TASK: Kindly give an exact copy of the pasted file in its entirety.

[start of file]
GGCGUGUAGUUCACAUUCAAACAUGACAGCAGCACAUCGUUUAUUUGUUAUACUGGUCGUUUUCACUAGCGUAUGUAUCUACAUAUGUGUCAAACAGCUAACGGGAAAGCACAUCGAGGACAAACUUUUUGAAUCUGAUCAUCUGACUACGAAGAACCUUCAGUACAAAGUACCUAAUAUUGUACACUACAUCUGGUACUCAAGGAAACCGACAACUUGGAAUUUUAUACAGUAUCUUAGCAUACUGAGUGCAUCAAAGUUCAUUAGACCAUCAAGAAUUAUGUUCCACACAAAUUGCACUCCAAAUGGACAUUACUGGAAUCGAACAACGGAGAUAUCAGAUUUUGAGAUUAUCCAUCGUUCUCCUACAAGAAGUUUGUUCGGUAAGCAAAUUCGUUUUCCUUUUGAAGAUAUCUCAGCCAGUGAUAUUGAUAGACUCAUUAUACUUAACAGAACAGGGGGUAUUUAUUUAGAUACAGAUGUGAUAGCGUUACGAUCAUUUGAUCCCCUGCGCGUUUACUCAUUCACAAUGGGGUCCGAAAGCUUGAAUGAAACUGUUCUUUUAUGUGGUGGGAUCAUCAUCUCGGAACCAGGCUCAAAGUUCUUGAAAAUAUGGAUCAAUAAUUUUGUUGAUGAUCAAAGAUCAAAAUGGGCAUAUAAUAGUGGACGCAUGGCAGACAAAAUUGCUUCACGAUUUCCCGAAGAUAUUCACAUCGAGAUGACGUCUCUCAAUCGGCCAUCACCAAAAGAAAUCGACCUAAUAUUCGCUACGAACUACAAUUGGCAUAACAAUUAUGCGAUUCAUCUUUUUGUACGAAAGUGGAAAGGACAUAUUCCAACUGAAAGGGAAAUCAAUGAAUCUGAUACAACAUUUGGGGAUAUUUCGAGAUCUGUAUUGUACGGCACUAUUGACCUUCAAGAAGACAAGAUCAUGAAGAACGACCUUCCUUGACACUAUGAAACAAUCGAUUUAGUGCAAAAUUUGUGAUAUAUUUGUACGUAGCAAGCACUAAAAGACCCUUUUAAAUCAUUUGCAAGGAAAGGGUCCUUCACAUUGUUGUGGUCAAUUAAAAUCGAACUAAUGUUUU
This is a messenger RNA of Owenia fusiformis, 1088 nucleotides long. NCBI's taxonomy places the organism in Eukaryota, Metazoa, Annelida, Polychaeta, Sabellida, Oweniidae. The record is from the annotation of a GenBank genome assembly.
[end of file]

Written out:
GGCGUGUAGUUCACAUUCAAACAUGACAGCAGCACAUCGUUUAUUUGUUAUACUGGUCGUUUUCACUAGCGUAUGUAUCUACAUAUGUGUCAAACAGCUAACGGGAAAGCACAUCGAGGACAAACUUUUUGAAUCUGAUCAUCUGACUACGAAGAACCUUCAGUACAAAGUACCUAAUAUUGUACACUACAUCUGGUACUCAAGGAAACCGACAACUUGGAAUUUUAUACAGUAUCUUAGCAUACUGAGUGCAUCAAAGUUCAUUAGACCAUCAAGAAUUAUGUUCCACACAAAUUGCACUCCAAAUGGACAUUACUGGAAUCGAACAACGGAGAUAUCAGAUUUUGAGAUUAUCCAUCGUUCUCCUACAAGAAGUUUGUUCGGUAAGCAAAUUCGUUUUCCUUUUGAAGAUAUCUCAGCCAGUGAUAUUGAUAGACUCAUUAUACUUAACAGAACAGGGGGUAUUUAUUUAGAUACAGAUGUGAUAGCGUUACGAUCAUUUGAUCCCCUGCGCGUUUACUCAUUCACAAUGGGGUCCGAAAGCUUGAAUGAAACUGUUCUUUUAUGUGGUGGGAUCAUCAUCUCGGAACCAGGCUCAAAGUUCUUGAAAAUAUGGAUCAAUAAUUUUGUUGAUGAUCAAAGAUCAAAAUGGGCAUAUAAUAGUGGACGCAUGGCAGACAAAAUUGCUUCACGAUUUCCCGAAGAUAUUCACAUCGAGAUGACGUCUCUCAAUCGGCCAUCACCAAAAGAAAUCGACCUAAUAUUCGCUACGAACUACAAUUGGCAUAACAAUUAUGCGAUUCAUCUUUUUGUACGAAAGUGGAAAGGACAUAUUCCAACUGAAAGGGAAAUCAAUGAAUCUGAUACAACAUUUGGGGAUAUUUCGAGAUCUGUAUUGUACGGCACUAUUGACCUUCAAGAAGACAAGAUCAUGAAGAACGACCUUCCUUGACACUAUGAAACAAUCGAUUUAGUGCAAAAUUUGUGAUAUAUUUGUACGUAGCAAGCACUAAAAGACCCUUUUAAAUCAUUUGCAAGGAAAGGGUCCUUCACAUUGUUGUGGUCAAUUAAAAUCGAACUAAUGUUUU
This is a messenger RNA of Owenia fusiformis, 1088 nucleotides long. NCBI's taxonomy places the organism in Eukaryota, Metazoa, Annelida, Polychaeta, Sabellida, Oweniidae. The record is from the annotation of a GenBank genome assembly.